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Union General John A. McClernand and the Politics of Commandby Meyers, Christopher C.
Publisher: McFarland & Company, Inc.
Retail Price: $32.00
Issue: Winter 2011
Shedding New Light on a Political General
The Civil War made heroes and legends of many men, particularly from Illinois. John A. McClernand is rarely, if ever, listed among that group. Christopher Meyers’ recent study seeks to explain why by providing a matter-of-fact narrative tracing McClernand’s steady rise through the Illinois politics and his precipitous fall in the military ranks. Meyers’ determines that McClernand’s connections with the Democratic Party, as well as with Lincoln, and his public popularity as a congressman had positioned McClernand for a place among the pantheon of the war’s greatest leaders in April 1861. Yet, McClernand’s heightened wartime ambitions and insubordination tarnished his reputation and thus, relegated him to obscurity.
Meyers presents McClernand as a key antebellum operative of the Illinois Democratic Party, skillfully working behind the scenes to promote conservative/moderate solutions to the country’s sectional strife, most notably popular sovereignty. He also served as a Springfield lawyer and state legislator working alongside the Herndon brothers and Abraham Lincoln. McClernand maneuvered through the turmoil of the 1850s to become an influential congressman and Democratic kingmaker, rising as Stephen Douglas’s champion.
Following Lincoln’s ascension to the presidency, McClernand determined to stay with the Union as the South seceded, and he emerged as the consummate political general. Lincoln appointed U.S. Grant and McClernand as general officers and stationed them in the western theater. By enlisting northern Democrats like McClernand, the president hoped that moderate southerners and his northern critics would fall in line with his plan to restore the Union. McClernand intended to use his experience on the western rivers and high-level political connections to secure support for his schemes to conquer the Confederacy, earning laurels that he would cash in later for political glory. However, he overplayed his personal relationship with Lincoln and quickly found himself at odds with many of the professional soldiers, including Grant and William T. Sherman. McClernand frequently circumvented the West Point clique by contacting the White House directly with strategic suggestions and field reports highly critical of Grant, David Dixon Porter, and Henry Halleck.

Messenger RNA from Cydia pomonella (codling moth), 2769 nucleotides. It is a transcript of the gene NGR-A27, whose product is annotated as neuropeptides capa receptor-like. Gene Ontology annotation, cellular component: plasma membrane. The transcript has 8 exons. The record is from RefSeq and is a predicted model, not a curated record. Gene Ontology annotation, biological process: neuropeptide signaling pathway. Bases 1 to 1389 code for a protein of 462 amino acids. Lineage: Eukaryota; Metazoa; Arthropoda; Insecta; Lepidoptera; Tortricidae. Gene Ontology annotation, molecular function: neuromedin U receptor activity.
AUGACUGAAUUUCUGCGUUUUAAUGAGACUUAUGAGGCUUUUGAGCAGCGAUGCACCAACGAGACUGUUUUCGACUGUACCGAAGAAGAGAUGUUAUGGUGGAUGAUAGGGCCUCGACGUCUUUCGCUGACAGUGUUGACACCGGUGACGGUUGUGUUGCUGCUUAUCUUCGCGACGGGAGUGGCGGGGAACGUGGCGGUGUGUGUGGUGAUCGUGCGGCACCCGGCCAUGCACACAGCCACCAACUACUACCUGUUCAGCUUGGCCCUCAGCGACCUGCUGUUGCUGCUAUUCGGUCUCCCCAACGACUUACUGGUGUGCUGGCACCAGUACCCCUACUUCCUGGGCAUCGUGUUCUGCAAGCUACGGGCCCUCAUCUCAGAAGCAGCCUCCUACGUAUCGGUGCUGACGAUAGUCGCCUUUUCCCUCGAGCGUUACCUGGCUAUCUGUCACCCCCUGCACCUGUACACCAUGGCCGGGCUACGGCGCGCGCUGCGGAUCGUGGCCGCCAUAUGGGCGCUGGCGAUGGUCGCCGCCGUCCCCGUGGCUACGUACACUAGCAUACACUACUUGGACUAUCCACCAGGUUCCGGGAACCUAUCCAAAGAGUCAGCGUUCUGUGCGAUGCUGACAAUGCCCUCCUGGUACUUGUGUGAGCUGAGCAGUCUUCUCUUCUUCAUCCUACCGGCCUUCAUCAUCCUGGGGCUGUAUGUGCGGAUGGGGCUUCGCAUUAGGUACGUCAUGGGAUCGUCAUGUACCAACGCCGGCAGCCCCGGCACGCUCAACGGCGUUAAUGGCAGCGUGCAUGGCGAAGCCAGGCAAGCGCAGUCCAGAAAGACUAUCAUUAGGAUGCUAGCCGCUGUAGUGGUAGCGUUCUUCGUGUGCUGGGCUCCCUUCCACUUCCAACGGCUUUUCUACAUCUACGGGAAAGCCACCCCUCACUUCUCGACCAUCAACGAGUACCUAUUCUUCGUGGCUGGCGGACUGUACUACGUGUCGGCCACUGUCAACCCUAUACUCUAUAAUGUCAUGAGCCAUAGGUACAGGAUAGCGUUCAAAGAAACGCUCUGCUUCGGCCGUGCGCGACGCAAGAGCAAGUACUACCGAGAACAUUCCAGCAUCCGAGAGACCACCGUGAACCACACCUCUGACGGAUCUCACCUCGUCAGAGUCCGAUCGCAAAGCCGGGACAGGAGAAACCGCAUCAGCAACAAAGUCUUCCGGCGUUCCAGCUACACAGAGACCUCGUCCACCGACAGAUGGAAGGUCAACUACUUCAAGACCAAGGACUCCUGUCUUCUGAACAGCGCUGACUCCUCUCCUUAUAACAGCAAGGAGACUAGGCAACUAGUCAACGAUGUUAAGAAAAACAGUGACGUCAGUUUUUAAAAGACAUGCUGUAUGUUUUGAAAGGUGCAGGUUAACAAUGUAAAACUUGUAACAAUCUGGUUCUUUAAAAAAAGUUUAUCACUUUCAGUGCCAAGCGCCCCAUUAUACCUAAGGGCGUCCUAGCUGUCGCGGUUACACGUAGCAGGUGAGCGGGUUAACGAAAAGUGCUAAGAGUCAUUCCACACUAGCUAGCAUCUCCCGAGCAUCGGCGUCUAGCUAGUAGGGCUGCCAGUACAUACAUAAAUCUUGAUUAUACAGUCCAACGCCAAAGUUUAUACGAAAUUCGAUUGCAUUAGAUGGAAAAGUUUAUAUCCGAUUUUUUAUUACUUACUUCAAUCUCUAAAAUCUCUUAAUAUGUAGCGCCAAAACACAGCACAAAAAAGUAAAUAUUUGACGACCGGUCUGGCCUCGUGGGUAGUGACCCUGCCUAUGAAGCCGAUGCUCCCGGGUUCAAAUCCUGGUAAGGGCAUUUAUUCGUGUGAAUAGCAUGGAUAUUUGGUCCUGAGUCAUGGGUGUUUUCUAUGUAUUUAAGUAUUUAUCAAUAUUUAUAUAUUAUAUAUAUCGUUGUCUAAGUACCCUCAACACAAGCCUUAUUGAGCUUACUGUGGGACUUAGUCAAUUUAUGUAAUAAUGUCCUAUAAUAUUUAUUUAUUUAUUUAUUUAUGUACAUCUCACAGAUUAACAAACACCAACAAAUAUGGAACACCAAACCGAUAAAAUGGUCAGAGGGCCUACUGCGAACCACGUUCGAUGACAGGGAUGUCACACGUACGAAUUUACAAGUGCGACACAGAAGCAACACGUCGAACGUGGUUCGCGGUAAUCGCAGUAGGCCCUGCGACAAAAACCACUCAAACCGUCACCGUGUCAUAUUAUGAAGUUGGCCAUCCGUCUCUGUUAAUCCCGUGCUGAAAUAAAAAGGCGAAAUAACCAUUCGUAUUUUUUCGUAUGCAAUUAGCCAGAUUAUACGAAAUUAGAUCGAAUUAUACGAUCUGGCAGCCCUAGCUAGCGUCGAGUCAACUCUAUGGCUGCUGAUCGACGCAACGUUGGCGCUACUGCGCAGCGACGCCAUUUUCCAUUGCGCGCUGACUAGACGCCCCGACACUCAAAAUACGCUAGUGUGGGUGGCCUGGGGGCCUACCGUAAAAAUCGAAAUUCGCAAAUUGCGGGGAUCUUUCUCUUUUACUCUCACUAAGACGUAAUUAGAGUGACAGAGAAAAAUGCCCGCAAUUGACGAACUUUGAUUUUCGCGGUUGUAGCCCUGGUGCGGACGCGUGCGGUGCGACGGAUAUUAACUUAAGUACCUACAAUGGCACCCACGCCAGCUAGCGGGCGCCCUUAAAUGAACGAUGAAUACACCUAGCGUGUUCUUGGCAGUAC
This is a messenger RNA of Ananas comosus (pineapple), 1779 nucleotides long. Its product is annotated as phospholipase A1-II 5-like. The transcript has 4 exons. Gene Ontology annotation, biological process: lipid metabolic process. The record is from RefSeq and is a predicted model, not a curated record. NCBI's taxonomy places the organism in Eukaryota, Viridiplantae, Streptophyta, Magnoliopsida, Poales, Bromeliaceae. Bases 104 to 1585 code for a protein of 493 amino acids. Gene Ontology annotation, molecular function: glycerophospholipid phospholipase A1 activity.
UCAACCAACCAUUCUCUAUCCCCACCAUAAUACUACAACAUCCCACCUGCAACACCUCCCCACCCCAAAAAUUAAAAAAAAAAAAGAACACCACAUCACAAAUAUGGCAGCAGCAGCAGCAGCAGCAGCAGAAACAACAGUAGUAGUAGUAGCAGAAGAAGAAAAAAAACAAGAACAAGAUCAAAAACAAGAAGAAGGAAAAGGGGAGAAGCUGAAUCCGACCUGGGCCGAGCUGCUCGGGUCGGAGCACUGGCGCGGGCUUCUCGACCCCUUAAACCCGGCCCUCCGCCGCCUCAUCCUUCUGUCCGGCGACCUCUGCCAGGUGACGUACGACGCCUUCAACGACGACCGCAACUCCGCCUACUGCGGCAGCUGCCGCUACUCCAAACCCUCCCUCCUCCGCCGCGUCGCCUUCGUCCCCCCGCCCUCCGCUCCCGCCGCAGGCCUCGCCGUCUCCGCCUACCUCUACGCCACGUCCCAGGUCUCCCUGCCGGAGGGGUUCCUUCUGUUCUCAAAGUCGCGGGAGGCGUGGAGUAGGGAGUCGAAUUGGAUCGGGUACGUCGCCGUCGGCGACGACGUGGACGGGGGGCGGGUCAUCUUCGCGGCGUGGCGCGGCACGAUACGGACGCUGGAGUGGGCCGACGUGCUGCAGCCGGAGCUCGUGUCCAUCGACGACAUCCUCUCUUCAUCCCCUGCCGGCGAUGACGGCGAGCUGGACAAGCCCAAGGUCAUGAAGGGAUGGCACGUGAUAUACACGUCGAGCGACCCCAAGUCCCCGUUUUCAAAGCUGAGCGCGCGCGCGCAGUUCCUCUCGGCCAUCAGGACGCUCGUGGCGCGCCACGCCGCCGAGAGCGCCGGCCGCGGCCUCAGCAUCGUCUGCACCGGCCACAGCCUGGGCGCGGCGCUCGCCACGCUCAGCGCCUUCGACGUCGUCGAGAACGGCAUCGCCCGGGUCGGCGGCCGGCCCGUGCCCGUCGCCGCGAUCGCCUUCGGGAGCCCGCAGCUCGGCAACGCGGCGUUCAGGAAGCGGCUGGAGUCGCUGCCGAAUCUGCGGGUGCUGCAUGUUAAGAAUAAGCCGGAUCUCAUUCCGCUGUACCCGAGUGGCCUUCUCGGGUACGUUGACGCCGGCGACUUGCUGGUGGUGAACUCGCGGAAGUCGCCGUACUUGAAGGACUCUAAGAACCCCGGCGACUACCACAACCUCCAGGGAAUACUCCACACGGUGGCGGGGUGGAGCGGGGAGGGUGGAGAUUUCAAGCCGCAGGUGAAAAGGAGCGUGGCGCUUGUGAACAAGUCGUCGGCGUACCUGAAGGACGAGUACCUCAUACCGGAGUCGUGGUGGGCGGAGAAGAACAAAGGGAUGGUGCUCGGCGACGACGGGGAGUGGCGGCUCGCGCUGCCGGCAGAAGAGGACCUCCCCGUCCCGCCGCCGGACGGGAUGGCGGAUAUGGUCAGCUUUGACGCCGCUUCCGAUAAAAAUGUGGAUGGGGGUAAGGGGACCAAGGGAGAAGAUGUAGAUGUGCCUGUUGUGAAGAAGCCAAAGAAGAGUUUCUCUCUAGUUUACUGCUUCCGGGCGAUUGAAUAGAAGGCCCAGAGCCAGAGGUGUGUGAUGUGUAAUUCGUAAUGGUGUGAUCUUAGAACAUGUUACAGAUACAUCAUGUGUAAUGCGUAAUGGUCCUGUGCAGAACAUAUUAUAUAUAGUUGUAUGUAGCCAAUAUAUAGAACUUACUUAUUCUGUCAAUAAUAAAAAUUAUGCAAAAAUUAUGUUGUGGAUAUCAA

Although a competent commander, McClernand’s political ambition undermined his military legacy. Lincoln’s careful massaging of McClernand’s ego during the war’s early campaigns in Tennessee perhaps encouraged the general to behave in an increasingly insubordinate manner, but these episodes also revealed that McClernand made little or no distinction between the political arena and the battlefield. That would be his undoing. The era of the political general was rapidly fading as the professional soldiers asserted their control over military affairs. After McClernand’s impolitic machinations during the Vicksburg campaign, Lincoln accepted Grant’s request to reassign McClernand to the Department of the Gulf where the general battled little except frustration and illness.
Meyers concludes that McClernand’s leading nemesis, Grant, was not only a better commander, he was also a better politician, saying that Grant understood that removing political generals without sufficient cause would damage the delicate political situation and his growing credibility with Lincoln. Meyers’ impressive research into McClernand’s military and private correspondence allows for an excellent analysis of McClernand’s immature strategic understanding of the war and his failure to grasp the political situation within the military command structure. It also makes very clear why McClernand generated such intense animosity among his superiors for ignoring the chain of command and acts of insubordination with his diatribes to Washington. Meyers argues that McClernand must be remembered as an artful antebellum politician, as well as a dutiful and competent commander who served in the shadow of Illinois’ most famous sons, but who let political ambition thwart his own expectations.
Derek W. Frisby is an assistant professor of history at Middle Tennessee State University. He is currently preparing a manuscript examining southern Unionism in West Tennessee for publication. email@example.com